There has been a tremendous dearth in building projects over the past 4 years — below you can see a link that shows it is the industry that has been dealt the hardest blow from the economic turmoil. I graduated 6 years ago and it has been interesting to see the directions that people have had to follow to find employment with our advanced architectural degrees. Several of my brilliant female friends I went to school with have all moved into education. Two others have gone into film and writing, and another has gone into waitressing. Even though architecture classes in school average 50% men, 50% women, somehow from various quotes online, women make up only 13-20% of the architecture workforce.
I often wonder why our industry is so reluctant to allow women into jobs. Most of the firms I have worked have generally not had any females as registered architects, or even on the track to becoming registered, but they are often relegated to the role of interior designer (a role I often played, in addition to graphic design and writing.)
I know that even the greatest most important architects had very dark times in their lives, Frank Lloyd Wright had his house burned down and family killed. He had to start a school in order to make money in slow times. Louis Sullivan drank a lot. And Antoni Gaudi lived like a pauper in the street in the hopes of seeing Sagrada Familia through. Is that how it will always be?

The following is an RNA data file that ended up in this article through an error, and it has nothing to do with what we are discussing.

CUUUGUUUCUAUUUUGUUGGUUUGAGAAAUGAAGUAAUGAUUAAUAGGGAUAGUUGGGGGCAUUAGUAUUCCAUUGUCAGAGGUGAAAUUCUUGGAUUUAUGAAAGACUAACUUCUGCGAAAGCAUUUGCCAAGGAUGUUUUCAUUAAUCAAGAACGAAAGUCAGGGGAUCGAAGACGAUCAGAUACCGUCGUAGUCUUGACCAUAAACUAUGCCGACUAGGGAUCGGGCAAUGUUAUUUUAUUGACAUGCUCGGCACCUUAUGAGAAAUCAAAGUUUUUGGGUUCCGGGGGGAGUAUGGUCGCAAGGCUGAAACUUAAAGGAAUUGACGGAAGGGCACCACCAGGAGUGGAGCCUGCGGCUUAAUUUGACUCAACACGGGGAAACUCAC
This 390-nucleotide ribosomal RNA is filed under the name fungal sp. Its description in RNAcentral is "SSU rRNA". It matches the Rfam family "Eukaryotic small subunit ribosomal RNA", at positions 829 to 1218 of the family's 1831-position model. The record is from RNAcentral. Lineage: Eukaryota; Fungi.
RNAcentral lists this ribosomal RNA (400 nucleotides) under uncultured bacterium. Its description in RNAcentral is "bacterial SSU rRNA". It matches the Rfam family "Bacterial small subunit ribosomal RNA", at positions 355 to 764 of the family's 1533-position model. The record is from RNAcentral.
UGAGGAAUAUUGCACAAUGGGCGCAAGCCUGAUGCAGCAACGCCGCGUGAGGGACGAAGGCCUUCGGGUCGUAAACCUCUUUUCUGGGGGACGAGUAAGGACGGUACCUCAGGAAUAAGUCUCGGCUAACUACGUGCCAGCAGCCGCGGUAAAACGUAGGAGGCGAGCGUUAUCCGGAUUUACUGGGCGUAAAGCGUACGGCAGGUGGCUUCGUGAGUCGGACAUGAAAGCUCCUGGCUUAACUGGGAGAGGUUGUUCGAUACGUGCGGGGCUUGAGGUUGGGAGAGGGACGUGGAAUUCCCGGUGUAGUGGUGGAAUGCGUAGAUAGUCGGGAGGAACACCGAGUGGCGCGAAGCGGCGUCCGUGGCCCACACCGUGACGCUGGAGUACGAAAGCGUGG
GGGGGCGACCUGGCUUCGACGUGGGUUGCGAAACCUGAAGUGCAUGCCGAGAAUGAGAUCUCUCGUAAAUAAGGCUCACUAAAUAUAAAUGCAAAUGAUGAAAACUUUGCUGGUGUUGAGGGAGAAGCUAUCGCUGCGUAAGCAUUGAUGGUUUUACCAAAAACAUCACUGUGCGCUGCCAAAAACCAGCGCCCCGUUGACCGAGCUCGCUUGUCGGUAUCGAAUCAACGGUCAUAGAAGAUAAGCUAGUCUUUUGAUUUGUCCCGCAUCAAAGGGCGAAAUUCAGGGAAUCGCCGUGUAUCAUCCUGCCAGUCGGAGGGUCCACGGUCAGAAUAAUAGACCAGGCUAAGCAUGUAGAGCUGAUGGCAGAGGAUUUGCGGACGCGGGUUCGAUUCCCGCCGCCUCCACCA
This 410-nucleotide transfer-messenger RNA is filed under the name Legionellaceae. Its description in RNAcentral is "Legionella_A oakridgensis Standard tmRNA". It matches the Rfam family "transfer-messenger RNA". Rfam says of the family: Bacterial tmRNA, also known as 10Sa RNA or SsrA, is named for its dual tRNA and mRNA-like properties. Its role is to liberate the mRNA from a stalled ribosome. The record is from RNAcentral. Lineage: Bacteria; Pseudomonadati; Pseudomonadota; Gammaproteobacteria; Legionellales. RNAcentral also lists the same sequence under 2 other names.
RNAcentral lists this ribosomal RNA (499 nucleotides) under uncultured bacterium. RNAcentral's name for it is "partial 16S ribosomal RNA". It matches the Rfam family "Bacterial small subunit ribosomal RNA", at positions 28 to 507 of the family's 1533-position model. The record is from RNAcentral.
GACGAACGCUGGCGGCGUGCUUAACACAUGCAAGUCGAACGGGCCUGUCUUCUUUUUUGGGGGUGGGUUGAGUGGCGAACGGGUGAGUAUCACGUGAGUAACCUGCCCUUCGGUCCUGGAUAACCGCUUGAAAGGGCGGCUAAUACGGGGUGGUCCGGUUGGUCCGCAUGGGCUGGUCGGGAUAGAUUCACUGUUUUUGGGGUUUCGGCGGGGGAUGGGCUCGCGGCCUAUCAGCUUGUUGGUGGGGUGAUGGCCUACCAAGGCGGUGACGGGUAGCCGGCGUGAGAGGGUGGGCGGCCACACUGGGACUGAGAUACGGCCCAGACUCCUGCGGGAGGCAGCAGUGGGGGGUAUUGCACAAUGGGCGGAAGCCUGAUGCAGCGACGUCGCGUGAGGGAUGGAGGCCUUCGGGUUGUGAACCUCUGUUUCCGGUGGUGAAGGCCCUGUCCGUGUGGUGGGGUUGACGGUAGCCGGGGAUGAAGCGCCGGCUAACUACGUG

I myself have found more work and hire paid work doing marketing, teaching, writing and graphic design for architecture firms and schools, but this can be spotty when the firms aren’t getting many new jobs in. Likewise, at this time most of the colleges are overloaded and do not need adjunct professors as they have in the past. I also feel that there are a few jobs that I have not gotten simply because I am overqualified. I am curious to hear how others in the building industry have been surviving this downturn. So what and where next?
(Thanks to Bryant Turnage for showing me this link from The Atlantic)